If your big bike budget is in the P600-800k range, there’s no shortage of choices. You have the Japanese liter bikes like the Kawasaki Ninja 1000 and Z1000, the Honda CB1000R, the Yamaha MT-09, -10 and retro-styled XSR900, to name a few. BMW have unleashed the F900R roadster into the mix, delivering a sophisticated combination of power, handling and refinement that will satisfy both novice and experienced riders. At P665,000 for the base model, and P775,000 for this “Sport” with all the options, it’s quite competitive.
The heart of the F900R is a watercooled, 895cc, parallel-twin engine rated at 105ps at 8,500 rpm and 92Nm of torque at 6,500rpm. With a 6-speed transmission and optional up- and down- quickshifter, power delivery is meaty from the get-go and the engine pulls lustily to the redline. Designed for enthusiastic, everyday riding rather than all-out performance, gear ratios are fairly close and maximize the broad torque curve. You can short shift just as you would in a car and the bike happily purrs along at a low 3,000rpm in 5th gear and 100kph. But drop down a gear or two, twist the throttle and the bike rockets forward with a delicious howl from the intake pipe.
Top speed is somewhere in the 200kph range according to the brochure, but there wasn’t a safe place for me to find out, and anyway, this isn’t a terminal velocity kind of bike. Where the bike shines is in spirited highway and mountain riding, the kind where you’re constantly using the top 3 gears, zipping through gaps, and getting some lean angles in the curves without going into wannabe MotoGP territory.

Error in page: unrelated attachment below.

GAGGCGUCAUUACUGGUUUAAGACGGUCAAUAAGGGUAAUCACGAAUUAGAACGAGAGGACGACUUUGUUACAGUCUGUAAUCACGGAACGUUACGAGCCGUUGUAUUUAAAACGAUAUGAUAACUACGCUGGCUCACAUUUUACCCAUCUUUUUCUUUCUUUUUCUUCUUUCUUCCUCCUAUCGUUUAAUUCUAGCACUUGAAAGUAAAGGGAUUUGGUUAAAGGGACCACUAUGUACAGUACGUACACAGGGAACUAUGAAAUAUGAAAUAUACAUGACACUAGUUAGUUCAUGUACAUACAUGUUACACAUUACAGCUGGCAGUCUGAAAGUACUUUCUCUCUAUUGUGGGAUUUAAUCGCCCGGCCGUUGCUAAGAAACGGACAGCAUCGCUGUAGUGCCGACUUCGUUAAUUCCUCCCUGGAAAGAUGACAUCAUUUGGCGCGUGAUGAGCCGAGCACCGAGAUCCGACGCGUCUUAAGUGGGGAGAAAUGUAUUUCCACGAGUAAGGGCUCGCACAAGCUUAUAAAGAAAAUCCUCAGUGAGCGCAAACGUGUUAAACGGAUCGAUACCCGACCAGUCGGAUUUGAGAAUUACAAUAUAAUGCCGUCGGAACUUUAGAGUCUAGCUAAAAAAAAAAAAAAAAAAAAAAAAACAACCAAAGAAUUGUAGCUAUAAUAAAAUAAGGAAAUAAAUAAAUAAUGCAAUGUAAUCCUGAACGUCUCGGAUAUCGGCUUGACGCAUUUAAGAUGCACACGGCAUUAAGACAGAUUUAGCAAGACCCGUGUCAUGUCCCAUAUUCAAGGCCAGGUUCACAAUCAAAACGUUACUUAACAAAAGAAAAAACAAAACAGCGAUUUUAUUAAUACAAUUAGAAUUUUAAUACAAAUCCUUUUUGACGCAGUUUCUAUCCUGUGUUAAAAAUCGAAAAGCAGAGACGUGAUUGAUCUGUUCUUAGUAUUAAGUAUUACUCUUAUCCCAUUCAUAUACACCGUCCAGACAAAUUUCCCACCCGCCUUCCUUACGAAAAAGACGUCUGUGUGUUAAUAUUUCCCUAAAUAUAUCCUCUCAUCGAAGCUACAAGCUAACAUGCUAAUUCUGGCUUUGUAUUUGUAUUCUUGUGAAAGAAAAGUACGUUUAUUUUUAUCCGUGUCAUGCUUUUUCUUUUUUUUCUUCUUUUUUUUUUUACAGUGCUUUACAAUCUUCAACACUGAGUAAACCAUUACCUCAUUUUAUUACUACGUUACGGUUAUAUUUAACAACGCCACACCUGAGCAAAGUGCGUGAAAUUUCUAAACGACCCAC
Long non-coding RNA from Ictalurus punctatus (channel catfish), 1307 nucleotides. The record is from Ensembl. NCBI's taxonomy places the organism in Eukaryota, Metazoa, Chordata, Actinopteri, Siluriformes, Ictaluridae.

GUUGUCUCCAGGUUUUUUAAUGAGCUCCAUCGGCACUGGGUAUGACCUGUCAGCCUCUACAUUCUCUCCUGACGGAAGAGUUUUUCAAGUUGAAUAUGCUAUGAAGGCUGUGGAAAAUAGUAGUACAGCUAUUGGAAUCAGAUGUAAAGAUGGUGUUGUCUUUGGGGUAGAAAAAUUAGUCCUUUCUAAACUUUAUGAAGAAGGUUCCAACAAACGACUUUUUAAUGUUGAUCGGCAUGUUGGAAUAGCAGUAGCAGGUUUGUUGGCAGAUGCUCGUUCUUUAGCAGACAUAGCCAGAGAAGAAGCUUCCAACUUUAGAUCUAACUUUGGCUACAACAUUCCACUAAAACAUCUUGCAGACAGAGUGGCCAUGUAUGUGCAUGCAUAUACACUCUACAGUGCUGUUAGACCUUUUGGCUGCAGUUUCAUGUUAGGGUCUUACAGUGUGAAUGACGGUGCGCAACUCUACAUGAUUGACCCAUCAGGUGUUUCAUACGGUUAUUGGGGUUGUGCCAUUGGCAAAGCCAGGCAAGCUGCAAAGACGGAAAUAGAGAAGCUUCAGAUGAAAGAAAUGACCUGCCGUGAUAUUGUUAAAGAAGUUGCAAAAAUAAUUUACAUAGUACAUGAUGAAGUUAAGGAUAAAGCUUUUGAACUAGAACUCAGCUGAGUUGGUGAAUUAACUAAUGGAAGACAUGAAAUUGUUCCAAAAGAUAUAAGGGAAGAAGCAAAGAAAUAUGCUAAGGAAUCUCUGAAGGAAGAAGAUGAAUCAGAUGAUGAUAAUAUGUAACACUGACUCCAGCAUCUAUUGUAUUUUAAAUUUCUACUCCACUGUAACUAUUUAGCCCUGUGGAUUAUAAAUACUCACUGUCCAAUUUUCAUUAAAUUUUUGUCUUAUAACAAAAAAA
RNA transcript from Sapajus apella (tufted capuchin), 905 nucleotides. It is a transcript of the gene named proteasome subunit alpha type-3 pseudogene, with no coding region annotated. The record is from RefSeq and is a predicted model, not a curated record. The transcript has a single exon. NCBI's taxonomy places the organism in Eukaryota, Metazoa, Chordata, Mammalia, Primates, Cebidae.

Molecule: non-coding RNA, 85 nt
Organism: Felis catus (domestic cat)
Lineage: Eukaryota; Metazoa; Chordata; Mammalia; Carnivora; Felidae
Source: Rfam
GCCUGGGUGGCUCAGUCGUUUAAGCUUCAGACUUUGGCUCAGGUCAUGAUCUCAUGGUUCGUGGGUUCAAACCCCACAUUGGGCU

The F900R’s suspension consists of a 43mm upside down fork and a cast aluminum, dual swing arm, central spring strut with adjustable preload and rebound. My test unit had the optional electronically adjustable suspension, for those who don’t like to get their hands greasy. Brakes are dual disc, 4-piston 320mm in front and a single disc, single piston 265mm at the back with ABS. Shod with 120/70 ZR17 front and 180/55 ZR17 Bridgestone Battlax rubber on those beautiful cast aluminum wheels, the F900R holds true to BMW’s philosophy of the chassis being up to the demands of the drivetrain.
The ride is taut without being harsh, sticking like glue on tarmac. The only unpleasantness comes around on broken pavement where the ride turns choppy. Ergonomically, the bike has a semi-crouched position with your legs slightly set back and forearms braced against the handlebar, café racer-style. It’s not super aggressive, but an hour threading SLEX traffic had my traps a little sore afterwards. The seat is firm and nestles you firmly in the trough between the tank and pillion, with a little room at the back to scoot back for a more aggressive position. A removable passenger seat cover gives the bike a sleeker profile.
A lefthand rotary dial manages the TFT screen; you rotate it and nudge it left and right to manage the displays. BMW being BMW, setting up the bike just the way you like it takes around 10 minutes for the new rider to familiarize. A dedicated button lets you set up the electronic suspension, and another sets the engine performance, traction control, and ABS for your riding conditions. “Rain” cuts back engine power and responsiveness to minimize the risk of wheel slippage, “Road” has a nice balance between everyday responsiveness and traction control, and “Dynamic Pro” uncorks all the power with immediate responsiveness.